So...five decisions that might matter more to the 'common entrepreneur'...and may be more important than the above:
    1. Define success. Decide why you are starting a business. And put it down on paper. Clearly define 'success' for yourself. After all...entrepreneurs are, above all, people who want agency in defining their own lives. What is success to you? Is it to make ten million dollars or fifty million? Or to create an organization where people are a family and love coming to work? Or to create a lifestyle and career you love going to work in each day? Or to finally be able to work in your dream field...a field no one will hire you in. These are very different choices. Create a vision of yourself and company in five years. Find leaders and organizations you admire and put them up on a mood board. Write the kinds of articles people (Inc Magazine and your alma mater) will be writing about you five or ten years from now. What kind of business are you? What kind of leader.
    2. Decide (and think very carefully about) who will you partner with, how will you split the pie and the minimum amount of outside capital you need (not want, but need) to really push the idea to a true test. A big part of this is a ruthlessly honest assessment of who you are, what you are good at...and where you need to grow. You will (or may) need people that complement your strengths and weaknesses.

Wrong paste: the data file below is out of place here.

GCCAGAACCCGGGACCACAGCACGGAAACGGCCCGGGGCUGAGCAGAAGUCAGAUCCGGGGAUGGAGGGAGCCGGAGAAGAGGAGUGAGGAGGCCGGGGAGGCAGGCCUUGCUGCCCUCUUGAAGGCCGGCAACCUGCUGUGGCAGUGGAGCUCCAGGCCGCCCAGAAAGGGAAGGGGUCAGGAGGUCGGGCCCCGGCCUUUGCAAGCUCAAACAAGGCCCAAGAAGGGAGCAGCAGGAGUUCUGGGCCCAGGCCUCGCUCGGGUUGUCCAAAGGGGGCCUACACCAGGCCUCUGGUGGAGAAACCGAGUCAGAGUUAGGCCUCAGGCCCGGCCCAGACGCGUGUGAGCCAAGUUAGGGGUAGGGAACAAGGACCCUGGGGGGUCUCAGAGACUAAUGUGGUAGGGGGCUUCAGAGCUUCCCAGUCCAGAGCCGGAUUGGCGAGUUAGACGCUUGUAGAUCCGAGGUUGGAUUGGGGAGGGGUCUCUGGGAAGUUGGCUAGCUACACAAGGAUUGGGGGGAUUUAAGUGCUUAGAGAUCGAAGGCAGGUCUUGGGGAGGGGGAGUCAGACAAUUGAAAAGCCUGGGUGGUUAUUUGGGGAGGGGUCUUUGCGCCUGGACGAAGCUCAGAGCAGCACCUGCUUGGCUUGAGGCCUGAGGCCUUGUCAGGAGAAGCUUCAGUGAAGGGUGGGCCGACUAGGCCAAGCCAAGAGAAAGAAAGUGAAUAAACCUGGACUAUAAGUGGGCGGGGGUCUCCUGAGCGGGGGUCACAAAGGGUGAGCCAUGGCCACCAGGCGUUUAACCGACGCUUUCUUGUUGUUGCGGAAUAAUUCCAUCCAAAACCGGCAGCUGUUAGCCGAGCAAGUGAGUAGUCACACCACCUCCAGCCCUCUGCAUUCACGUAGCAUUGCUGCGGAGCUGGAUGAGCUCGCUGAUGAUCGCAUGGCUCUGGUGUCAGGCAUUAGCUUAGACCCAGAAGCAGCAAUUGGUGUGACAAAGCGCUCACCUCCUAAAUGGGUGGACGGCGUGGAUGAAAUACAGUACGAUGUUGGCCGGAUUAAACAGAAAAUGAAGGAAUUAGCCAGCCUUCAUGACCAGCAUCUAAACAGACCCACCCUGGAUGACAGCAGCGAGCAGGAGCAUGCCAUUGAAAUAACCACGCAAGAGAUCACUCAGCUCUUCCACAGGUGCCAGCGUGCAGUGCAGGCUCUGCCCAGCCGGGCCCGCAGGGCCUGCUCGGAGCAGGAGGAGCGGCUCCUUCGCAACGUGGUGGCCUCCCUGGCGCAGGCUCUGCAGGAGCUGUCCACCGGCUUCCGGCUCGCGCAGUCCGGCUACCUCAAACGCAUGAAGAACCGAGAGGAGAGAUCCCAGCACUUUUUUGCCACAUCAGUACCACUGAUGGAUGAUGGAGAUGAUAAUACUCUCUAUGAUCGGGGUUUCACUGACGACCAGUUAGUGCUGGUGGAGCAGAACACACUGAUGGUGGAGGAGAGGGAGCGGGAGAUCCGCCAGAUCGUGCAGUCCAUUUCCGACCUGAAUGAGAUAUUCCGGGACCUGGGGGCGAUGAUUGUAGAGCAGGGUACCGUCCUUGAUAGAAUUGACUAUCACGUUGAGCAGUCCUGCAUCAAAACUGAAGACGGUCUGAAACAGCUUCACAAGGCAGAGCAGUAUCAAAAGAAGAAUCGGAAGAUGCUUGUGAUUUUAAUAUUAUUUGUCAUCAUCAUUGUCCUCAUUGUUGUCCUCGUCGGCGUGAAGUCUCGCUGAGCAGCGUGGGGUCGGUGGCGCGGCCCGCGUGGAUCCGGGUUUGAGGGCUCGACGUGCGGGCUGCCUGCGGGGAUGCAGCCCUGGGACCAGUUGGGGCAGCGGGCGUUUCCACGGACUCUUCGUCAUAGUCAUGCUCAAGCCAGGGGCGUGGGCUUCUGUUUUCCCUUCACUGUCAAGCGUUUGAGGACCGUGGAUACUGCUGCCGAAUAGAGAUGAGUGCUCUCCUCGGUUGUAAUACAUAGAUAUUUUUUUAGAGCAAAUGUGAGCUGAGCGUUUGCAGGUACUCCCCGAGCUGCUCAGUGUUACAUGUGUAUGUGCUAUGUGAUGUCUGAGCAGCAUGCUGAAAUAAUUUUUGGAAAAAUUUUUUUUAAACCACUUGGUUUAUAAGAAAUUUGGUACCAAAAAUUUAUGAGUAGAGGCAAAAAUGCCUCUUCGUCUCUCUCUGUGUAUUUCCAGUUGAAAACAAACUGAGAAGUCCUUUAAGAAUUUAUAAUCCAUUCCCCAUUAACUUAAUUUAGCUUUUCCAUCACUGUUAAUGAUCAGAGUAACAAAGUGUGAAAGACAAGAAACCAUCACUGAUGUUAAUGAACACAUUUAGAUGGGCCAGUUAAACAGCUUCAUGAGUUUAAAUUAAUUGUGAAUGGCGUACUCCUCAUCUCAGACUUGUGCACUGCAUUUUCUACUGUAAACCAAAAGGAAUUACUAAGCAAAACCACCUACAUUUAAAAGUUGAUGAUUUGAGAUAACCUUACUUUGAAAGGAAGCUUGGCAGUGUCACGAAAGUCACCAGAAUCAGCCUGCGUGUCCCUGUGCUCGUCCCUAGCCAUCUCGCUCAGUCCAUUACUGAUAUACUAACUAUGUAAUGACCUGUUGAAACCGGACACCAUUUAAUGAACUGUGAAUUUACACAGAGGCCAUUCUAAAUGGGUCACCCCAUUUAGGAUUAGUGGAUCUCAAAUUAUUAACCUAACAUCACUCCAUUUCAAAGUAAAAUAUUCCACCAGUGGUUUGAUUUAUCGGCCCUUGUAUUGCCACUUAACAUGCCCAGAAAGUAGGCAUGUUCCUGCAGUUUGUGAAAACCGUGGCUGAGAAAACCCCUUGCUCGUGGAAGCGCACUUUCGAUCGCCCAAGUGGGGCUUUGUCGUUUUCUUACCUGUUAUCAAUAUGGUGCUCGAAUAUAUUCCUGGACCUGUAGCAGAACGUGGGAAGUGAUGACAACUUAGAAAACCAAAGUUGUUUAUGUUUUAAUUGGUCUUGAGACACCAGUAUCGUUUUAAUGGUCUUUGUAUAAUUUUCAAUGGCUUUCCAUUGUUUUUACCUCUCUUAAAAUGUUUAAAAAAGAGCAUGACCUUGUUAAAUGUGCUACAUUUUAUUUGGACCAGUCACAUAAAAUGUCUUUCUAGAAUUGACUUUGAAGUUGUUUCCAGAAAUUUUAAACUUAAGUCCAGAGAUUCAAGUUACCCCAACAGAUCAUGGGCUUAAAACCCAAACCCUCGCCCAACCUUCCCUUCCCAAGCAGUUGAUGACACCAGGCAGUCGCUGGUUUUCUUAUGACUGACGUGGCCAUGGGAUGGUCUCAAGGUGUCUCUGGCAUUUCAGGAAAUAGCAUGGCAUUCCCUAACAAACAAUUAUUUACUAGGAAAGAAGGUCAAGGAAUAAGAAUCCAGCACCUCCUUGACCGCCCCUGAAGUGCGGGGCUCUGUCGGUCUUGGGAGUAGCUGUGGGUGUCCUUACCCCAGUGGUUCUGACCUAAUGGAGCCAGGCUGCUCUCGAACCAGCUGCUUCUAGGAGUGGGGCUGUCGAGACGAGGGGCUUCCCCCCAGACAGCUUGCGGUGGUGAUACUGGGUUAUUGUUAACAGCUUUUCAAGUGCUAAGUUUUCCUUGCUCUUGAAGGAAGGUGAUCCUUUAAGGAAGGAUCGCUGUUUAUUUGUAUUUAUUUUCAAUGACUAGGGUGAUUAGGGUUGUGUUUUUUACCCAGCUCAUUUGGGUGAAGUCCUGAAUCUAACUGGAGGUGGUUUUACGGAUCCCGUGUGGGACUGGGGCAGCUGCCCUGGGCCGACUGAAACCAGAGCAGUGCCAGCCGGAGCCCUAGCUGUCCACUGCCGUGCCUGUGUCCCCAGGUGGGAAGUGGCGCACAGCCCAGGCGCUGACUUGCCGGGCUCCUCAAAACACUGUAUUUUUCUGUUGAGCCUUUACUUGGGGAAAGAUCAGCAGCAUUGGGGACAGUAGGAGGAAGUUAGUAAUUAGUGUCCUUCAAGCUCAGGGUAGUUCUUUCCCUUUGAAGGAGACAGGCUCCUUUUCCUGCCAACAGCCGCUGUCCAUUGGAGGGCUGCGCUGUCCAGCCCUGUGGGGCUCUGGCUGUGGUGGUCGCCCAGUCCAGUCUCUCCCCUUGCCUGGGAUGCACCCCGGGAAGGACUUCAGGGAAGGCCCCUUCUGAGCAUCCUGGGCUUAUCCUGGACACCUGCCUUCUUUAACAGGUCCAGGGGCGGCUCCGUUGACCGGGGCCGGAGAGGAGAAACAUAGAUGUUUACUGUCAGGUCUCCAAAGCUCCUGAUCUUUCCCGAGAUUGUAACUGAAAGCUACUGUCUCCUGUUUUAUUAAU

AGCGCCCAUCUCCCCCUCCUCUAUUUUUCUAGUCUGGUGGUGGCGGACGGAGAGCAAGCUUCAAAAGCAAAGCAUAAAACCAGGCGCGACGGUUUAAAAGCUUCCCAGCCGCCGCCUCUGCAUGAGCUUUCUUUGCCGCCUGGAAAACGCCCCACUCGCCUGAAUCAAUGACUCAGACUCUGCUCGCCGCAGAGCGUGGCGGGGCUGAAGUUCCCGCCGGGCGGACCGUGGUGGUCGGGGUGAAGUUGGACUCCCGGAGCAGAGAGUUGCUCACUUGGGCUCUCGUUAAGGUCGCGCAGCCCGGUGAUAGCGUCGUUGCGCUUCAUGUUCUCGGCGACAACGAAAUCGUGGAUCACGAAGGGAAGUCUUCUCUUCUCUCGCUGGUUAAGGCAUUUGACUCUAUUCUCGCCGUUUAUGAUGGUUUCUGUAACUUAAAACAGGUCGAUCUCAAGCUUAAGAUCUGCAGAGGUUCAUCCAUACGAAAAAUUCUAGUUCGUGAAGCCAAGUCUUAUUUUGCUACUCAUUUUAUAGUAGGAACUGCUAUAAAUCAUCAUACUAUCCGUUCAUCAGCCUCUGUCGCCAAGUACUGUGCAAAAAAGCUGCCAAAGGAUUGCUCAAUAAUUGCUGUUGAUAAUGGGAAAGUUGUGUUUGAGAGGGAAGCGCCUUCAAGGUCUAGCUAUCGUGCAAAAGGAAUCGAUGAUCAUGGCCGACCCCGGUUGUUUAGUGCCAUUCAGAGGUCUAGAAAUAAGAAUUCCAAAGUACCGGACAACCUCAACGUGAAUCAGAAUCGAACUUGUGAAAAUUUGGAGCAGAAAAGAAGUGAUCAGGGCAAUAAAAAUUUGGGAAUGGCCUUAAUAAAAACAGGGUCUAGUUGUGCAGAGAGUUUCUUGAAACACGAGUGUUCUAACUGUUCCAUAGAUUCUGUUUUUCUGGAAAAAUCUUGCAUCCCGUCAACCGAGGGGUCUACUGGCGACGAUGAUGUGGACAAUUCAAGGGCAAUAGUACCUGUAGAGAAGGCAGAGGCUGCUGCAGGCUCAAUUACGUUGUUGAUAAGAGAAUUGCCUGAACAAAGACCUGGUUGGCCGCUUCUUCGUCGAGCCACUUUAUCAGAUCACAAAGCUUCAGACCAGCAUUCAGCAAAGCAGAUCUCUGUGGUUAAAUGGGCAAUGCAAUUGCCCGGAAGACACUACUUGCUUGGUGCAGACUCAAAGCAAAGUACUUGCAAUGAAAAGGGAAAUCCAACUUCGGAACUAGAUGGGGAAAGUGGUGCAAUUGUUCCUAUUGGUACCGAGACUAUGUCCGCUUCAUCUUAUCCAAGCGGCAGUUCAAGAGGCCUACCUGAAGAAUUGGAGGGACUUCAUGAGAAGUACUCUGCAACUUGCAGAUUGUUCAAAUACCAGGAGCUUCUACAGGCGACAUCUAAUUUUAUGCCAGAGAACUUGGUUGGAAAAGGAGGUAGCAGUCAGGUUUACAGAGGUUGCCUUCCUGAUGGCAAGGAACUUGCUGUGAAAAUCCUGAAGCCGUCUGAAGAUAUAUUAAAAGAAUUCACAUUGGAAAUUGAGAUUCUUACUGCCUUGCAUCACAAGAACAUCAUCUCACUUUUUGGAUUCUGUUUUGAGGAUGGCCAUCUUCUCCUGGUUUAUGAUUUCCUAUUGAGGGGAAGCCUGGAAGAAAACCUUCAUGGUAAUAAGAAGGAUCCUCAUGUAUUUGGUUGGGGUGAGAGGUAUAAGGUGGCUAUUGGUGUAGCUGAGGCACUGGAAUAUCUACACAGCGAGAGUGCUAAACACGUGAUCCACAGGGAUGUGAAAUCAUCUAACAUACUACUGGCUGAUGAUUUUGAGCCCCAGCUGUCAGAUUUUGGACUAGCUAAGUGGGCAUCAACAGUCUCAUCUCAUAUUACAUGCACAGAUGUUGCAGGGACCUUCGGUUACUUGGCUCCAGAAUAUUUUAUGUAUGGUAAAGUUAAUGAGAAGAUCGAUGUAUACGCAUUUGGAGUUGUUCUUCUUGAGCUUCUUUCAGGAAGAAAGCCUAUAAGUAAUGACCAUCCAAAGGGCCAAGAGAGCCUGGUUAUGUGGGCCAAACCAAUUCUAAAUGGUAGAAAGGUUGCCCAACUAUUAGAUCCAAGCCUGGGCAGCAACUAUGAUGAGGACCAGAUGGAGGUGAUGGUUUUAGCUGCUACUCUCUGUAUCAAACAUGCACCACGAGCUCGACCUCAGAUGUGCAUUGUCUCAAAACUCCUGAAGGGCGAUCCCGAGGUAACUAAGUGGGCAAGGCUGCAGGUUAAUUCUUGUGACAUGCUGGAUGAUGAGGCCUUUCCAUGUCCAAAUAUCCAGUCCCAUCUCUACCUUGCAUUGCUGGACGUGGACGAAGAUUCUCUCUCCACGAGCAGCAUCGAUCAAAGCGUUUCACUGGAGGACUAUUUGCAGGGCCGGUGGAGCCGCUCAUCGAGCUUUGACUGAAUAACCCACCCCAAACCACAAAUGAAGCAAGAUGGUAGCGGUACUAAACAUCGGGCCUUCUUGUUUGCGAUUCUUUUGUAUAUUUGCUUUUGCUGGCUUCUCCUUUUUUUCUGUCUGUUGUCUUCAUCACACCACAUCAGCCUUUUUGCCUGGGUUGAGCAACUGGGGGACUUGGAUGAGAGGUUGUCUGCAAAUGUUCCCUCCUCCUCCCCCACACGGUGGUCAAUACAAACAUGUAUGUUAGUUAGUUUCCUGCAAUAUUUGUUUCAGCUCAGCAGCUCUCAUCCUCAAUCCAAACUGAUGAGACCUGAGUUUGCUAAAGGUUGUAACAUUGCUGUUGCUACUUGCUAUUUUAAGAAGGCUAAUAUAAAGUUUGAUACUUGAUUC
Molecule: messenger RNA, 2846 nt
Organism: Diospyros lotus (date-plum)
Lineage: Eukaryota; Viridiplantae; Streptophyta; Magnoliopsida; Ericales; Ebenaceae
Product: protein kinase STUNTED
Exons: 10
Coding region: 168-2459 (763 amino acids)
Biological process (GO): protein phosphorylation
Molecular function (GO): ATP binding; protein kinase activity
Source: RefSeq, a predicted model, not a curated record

3. Define how long you will try. When you will pivot. And when and why you will walk away. Having an idea of 'stages' and an end gives you the pressure needed to push. Trying your best...and working hard is never a failure. At a minimum you have learned something and tested yourself. And can hold you head high even if you never become Microsoft. There is honor in giving our all.
    4. Define what industry will you focus on - and the handful of best ideas you will test. Often the niche you choose is a lot more important than the initial, specific idea. The idea will likely change...but the time invested in mastering the industry may not be 'refundable.' Find an industry and segment you can have passion for, for a decade.
    5. Find and build out a mentor and advisor network that makes sense for you, your goals and life stage...and business segment.
    6. Decide to have fun in the effort. If you can't, why bother?

    1. Tom, thanks for the feedback. You are probably right, and your points are well taken, in terms of the total population of entrepreneurs. In this particular article, I was trying to focus on moving from "good to great," as I mentioned in the article.

      Looks like there in room for a couple of other articles, on getting from zero to good. :-)